Buyers of professional services and products are seeking more clarity, control and predictability in their relationship with providers. This pressure is present across all professional service sectors, opening the door for innovative firms to grab market share from those that are slow or resistant to change.

In the legal sector, a prime example of the need to keep up with evolving client expectations is the billable hour. Figure 1 shows the primary complaints inside counsel have when considering the services provided by external law firms. Over-billing, over-lawyering, lack of responsiveness and lack of results are at the top of the list. These complaints are connected to a lack of transparency in the client engagement process often present in the legal industry. This opaqueness – which largely can be attributed to the billable hour model (or more aptly, the “billable six minute increment”) is exacerbated by an attorney’s need to meet a set number of hours each month, quarter and year. Corporate legal departments, as a consequence, are becoming less tolerant of firms that fail to maintain proper billing hygiene or explore alternative billing arrangements.

Client-Led Lessons from the Consulting Industry

In recent years, the consulting industry faced similar criticism of its historical time and materials (T&M) billing model. With the T&M model, project plans and milestone achievements drive the entire consulting engagement process, necessitating ongoing daily management. This rigid structure creates tension between the consulting provider and the client – with the provider pushing to increase its revenue potential by adding more resources to the engagement and the client pressing the provider to cap resources used.

According to a Big Four client I spoke with, “The time and materials billing model has its place, but is not a catchall. If the human material is really good, you usually need less time to get a great result and outcome. If it’s not really good, why would you consider paying to educate the consultants on your dime and on the consultancy’s clock?”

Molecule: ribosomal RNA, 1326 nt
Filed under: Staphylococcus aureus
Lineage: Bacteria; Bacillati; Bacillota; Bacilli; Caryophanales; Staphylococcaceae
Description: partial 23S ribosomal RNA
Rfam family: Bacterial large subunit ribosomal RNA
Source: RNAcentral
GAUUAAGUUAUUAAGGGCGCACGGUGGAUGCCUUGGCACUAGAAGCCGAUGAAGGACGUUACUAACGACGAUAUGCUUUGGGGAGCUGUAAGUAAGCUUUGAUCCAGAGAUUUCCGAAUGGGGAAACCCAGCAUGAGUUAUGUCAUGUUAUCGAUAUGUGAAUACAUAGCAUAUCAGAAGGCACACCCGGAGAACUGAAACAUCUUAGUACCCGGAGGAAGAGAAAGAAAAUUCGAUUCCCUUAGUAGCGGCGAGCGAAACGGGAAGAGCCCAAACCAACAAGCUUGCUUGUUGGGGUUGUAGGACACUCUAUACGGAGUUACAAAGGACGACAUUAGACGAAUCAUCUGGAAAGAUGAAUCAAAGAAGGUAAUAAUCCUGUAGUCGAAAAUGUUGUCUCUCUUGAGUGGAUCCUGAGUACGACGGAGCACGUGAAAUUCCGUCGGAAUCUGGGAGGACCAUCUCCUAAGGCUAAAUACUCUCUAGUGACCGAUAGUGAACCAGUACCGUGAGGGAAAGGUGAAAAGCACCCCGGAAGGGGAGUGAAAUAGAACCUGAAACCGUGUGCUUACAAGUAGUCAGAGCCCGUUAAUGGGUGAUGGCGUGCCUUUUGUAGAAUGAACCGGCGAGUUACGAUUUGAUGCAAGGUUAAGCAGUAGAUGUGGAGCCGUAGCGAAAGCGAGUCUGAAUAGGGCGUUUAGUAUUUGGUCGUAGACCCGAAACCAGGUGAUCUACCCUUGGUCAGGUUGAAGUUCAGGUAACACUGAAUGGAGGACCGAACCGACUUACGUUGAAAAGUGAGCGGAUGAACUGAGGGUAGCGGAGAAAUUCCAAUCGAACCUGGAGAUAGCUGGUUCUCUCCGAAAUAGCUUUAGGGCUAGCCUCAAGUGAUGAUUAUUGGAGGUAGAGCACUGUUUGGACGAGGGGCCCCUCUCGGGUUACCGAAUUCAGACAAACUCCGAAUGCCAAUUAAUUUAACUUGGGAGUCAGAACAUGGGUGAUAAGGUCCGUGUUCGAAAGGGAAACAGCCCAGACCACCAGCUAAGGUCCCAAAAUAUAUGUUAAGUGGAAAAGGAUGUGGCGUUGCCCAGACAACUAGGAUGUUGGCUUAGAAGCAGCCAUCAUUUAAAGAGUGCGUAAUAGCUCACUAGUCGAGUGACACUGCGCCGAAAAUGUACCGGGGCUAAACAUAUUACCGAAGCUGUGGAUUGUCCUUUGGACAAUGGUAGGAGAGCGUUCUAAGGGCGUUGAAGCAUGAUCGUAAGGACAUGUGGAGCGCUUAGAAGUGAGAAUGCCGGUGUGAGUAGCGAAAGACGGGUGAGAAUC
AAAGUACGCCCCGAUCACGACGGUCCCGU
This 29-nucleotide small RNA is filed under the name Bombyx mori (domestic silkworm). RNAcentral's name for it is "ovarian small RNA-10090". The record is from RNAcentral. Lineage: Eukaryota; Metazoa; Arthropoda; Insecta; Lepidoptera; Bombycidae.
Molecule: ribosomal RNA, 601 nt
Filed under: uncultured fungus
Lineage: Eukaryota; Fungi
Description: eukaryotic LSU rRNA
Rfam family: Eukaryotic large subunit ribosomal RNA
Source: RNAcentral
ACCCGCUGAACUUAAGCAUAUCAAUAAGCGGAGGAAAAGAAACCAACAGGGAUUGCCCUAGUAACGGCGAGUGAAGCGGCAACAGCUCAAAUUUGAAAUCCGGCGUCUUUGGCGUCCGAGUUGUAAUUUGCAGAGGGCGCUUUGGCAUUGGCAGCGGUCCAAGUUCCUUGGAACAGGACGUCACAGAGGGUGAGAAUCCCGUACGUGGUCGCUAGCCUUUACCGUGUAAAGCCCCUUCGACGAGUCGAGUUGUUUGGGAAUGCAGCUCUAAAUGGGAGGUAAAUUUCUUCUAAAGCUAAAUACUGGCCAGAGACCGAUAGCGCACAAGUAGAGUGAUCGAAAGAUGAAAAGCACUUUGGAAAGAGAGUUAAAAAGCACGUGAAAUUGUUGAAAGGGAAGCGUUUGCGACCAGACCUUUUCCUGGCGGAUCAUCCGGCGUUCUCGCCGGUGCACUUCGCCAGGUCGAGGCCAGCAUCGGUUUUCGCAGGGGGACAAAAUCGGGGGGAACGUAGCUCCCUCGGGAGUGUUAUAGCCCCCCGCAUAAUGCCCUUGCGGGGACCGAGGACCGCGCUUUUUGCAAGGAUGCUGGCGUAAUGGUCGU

Fixed-Fees, Risk-Reward and Managed Services

In reaction to this, consulting firms are adapting how they structure services by moving away from the inflexible T&M model to new fee arrangements. In addition to fixed-fee arrangements, which have been around for a while, the risk-reward model – driven both by the consulting provider and client – has emerged and continues to gain traction in the consulting industry.

With risk-reward, there is more of a co-create mentality resulting in a focus on the outcome, not the exact details of how you get there. With this model, the provider places a portion of its fees at risk and is compensated based on the outcome, or success of the engagement. “Success” is predetermined with the client before the work begins. This model is gaining popularity as clients increasingly push for more accountability, flexibility and transparency from providers, in pursuit of a process driven by the desired results, not discrete steps. The risk-reward model is likewise beneficial to the consulting provider – it provides the opportunity to try out new approaches, co-create and take risks that have a high potential to lead to a big reward.

The managed services consulting model is also gaining traction. This model adds client value through ongoing service delivery, rather than the traditional approach of discrete, intensive projects with a clearly defined start and end. There is some upfront investment, and then less investment as time goes on with the revenue becoming steady like any other subscription service. This billing arrangement, in turn, increases the likelihood of growing profits as resources are not added over time.

Lessons for Legal

Clients have reacted positively to these newer models, with one noting that “it smoothed out cash burn and gave increased incentive for the consultancy to get tangible results quicker if they wished to be paid.”

These newer billing and delivery models relieve some of the client-provider tension, allowing consulting firms to be more creative in the solutions they provide. Moreover, they permit consulting firms to finally break out of the linear scaling challenge that has always plagued the industry – a problem also experienced by law firms.

Although the consulting sector’s evolution is not a direct copy-paste to solve the pressures in the legal industry, there are parallels. In addition to wanting more transparency and involvement in the relationship, as indicated in the survey results above, law departments are also pushing for alternatives to the traditional billable hour. As illustrated in Figure 2, 75 percent of alternative fee arrangements or negotiated fees originate from legal departments, not law firms.

By clinging to the traditional billable hour model of service delivery, law firms are setting the stage to not only experience higher tensions with the clients over costs but also lose business to newer entrants to the legal services sector. As progressive firms and technology providers embrace modern approaches to client service and billing, firms that are slow to adapt will likely cede market share to these more agile competitors.